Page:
Biden Blames Climate Change for Wildfires, Calls for Action

Trump targeted forest management practices during visit to California
September 14, 2020 Updated: September 14, 2020

The raging wildfires in the Western United States show how crucial it is to act to combat climate change, Democratic presidential nominee Joe Biden said Monday.

The fires have burned over one million acres in Oregon alone and forced the evacuation of tens of thousands of families in California, Oregon, and Washington state.

“We have to act as a nation. It shouldn’t be so bad that millions of Americans live in the shadow of an orange sky and are left asking if doomsday is here,” Biden said from a field at the Delaware Museum of Natural History in Wilmington, where he read prepared remarks and took no questions from reporters.

Biden linked the fires to hurricanes and tropical storms that have hit the United States recently, as well as flooding and droughts across the Midwest, calling it “the fury of climate change.”

“I know this feeling of dread and anxiety extends beyond just the fires. We’ve seen a record hurricane season costing billions of dollars. Last month, Hurricane Laura intensified at a near-record rate just before its landfall along Louisiana and the Gulf Coast. It’s a troubling marker not just for an increased frequency of hurricanes, but more powerful and destructive storms,” he said.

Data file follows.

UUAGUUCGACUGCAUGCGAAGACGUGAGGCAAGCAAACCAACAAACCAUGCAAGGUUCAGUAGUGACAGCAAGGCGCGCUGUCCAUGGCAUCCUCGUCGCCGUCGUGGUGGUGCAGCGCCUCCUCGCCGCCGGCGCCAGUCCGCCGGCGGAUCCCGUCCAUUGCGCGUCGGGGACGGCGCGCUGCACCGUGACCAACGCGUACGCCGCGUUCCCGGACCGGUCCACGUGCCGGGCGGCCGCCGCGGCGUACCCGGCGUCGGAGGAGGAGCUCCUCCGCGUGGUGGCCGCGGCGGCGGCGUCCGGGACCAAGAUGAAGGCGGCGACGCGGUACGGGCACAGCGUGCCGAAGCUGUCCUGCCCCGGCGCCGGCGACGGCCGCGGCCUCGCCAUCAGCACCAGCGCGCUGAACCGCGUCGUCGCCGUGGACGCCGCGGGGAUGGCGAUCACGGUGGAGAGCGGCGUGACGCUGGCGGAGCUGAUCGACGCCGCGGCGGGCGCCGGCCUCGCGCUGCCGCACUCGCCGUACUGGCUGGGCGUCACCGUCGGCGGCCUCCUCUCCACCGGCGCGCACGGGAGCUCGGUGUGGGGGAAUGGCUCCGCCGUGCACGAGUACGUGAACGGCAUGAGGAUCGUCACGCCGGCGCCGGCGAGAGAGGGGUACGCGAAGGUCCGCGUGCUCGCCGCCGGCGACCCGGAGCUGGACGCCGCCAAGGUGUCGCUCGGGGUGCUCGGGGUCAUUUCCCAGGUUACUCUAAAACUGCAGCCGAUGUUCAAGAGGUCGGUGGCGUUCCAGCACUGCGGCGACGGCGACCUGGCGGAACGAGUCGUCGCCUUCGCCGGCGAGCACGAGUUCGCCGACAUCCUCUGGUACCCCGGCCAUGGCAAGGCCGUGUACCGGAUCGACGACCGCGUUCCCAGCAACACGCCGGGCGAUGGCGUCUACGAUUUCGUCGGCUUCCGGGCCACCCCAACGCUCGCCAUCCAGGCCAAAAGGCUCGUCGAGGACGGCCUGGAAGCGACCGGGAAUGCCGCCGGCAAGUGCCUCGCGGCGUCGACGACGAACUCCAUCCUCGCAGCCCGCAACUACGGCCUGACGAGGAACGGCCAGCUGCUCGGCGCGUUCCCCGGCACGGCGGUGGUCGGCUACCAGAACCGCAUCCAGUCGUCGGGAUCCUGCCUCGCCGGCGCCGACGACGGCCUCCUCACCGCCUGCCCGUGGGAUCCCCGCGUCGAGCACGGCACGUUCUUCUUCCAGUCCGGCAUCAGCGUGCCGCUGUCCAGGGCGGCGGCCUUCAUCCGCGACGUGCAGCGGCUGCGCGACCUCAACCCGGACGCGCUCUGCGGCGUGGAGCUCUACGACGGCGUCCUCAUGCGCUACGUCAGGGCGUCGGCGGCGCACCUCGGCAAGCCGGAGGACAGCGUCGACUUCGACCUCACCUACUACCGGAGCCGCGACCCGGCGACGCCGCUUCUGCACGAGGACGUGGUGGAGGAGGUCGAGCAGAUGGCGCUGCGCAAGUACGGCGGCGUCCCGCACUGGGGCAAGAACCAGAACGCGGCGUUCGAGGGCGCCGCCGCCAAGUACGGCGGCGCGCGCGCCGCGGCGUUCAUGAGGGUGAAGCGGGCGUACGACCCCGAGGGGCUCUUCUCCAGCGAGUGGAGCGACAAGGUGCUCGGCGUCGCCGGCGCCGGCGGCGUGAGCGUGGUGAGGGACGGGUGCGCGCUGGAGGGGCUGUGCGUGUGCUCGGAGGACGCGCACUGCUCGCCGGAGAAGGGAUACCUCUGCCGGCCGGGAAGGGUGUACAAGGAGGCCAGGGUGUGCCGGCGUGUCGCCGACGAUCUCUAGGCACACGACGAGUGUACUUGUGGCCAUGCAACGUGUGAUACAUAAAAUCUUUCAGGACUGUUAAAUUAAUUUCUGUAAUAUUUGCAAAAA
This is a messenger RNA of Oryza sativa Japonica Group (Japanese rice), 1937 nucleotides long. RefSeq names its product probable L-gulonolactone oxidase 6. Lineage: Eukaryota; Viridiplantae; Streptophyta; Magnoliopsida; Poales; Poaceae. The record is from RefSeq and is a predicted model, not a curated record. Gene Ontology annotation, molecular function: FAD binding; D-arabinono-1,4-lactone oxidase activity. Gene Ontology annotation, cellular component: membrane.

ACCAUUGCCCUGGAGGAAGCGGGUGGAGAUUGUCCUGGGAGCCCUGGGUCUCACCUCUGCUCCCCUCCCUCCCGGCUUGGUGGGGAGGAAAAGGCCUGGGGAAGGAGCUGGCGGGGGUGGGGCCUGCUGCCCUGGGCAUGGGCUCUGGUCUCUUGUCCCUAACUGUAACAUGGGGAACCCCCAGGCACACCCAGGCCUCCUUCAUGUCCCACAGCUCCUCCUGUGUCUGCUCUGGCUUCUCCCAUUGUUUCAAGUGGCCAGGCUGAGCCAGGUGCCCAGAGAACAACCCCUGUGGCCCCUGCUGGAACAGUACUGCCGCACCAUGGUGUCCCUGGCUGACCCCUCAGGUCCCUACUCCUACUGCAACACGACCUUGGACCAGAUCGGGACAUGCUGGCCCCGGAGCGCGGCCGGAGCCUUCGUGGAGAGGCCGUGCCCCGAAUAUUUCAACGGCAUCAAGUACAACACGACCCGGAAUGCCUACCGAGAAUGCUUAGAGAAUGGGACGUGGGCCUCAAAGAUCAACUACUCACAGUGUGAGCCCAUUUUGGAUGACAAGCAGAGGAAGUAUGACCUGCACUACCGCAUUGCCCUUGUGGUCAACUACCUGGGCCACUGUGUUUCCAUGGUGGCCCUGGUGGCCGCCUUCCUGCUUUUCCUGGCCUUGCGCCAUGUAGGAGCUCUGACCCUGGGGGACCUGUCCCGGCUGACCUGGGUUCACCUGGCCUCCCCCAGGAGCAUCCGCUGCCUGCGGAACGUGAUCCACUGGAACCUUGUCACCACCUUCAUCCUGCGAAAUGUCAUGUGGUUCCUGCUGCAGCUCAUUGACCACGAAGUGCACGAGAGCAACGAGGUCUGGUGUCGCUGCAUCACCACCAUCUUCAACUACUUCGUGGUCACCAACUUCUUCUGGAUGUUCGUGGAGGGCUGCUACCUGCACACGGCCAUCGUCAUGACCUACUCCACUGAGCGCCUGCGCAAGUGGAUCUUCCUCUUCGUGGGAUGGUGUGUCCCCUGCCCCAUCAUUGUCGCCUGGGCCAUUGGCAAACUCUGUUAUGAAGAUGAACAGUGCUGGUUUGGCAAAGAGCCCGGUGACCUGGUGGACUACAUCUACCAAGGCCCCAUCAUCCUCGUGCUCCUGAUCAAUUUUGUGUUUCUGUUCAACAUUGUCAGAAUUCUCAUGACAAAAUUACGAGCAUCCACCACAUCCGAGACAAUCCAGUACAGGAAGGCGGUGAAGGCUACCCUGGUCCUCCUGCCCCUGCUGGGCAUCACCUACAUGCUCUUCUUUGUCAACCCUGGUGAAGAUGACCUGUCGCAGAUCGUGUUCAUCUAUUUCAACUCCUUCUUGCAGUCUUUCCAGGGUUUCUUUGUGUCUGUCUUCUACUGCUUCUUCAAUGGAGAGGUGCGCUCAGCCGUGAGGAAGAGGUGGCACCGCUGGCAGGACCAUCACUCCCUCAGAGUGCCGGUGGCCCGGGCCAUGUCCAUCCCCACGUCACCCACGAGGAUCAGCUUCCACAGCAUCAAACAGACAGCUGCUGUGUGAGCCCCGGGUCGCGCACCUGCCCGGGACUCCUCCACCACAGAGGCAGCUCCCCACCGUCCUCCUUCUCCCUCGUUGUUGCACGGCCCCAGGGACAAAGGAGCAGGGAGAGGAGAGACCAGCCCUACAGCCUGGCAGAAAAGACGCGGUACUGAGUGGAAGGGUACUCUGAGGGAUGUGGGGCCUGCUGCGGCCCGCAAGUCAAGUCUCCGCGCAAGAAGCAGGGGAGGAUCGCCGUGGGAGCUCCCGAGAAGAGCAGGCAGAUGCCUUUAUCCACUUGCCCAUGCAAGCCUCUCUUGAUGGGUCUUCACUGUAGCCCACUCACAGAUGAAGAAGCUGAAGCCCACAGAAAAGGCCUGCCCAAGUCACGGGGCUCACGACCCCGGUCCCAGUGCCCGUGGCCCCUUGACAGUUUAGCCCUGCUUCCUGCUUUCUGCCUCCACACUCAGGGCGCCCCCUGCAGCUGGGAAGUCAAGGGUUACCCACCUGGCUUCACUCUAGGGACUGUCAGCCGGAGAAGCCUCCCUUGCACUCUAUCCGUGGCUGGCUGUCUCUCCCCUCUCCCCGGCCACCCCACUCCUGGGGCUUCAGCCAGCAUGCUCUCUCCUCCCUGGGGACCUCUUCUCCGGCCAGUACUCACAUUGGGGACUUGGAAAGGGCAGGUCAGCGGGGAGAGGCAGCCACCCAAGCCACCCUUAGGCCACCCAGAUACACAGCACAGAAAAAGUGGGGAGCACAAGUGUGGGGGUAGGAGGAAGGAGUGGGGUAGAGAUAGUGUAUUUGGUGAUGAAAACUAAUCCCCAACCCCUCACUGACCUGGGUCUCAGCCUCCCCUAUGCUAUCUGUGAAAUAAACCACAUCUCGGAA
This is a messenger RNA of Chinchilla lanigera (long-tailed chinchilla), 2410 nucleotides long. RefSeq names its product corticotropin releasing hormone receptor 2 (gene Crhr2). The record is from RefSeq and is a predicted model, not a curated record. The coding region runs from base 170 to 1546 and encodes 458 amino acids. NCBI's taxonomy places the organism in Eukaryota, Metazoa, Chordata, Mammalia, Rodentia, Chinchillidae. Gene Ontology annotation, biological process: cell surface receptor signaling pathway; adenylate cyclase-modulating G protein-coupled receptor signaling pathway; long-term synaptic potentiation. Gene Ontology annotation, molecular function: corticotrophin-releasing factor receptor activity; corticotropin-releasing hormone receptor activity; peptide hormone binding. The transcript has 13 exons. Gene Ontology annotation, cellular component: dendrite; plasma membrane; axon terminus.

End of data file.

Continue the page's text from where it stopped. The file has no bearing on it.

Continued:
“They’re causing record damage after record damage to people’s homes and livelihoods. And before it intensified and hit the Gulf Coast, Laura ravaged Puerto Rico—where, three years after Hurricane Maria—our fellow Americans are still recovering from its damage and devastation. Think about that reality.”

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Surrounded by U.S. Secret Service agents, Democratic presidential nominee Joe Biden speaks about climate change and the wildfires on the West Coast at the Delaware Museum of Natural History in Wilmington, Del., on Sept. 14, 2020. (Drew Angerer/Getty Images)
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A search and rescue team, surrounded by red fire retardant, is seen near burned residences and vehicles in the aftermath of the Almeda fire in Talent, Ore., on Sept. 13, 2020. (Adrees Latif/Reuters)

Biden pointed to a Pentagon report (pdf) from last year that said about two-thirds of 79 installations addressed in the report were vulnerable to current or future flooding and many others were vulnerable to drought or wildfires.

Because extreme weather will only come with more frequency, action is necessary, the 77-year-old said.

Solving the “climate crisis” will include shifting jobs to alternative energy sources and building modernized infrastructure, implementing energy conservation measures, and manufacturing windmills and other “green energy” resources in the United States, he added, before calling President Donald Trump both “a climate arsonist” and “a climate denier.”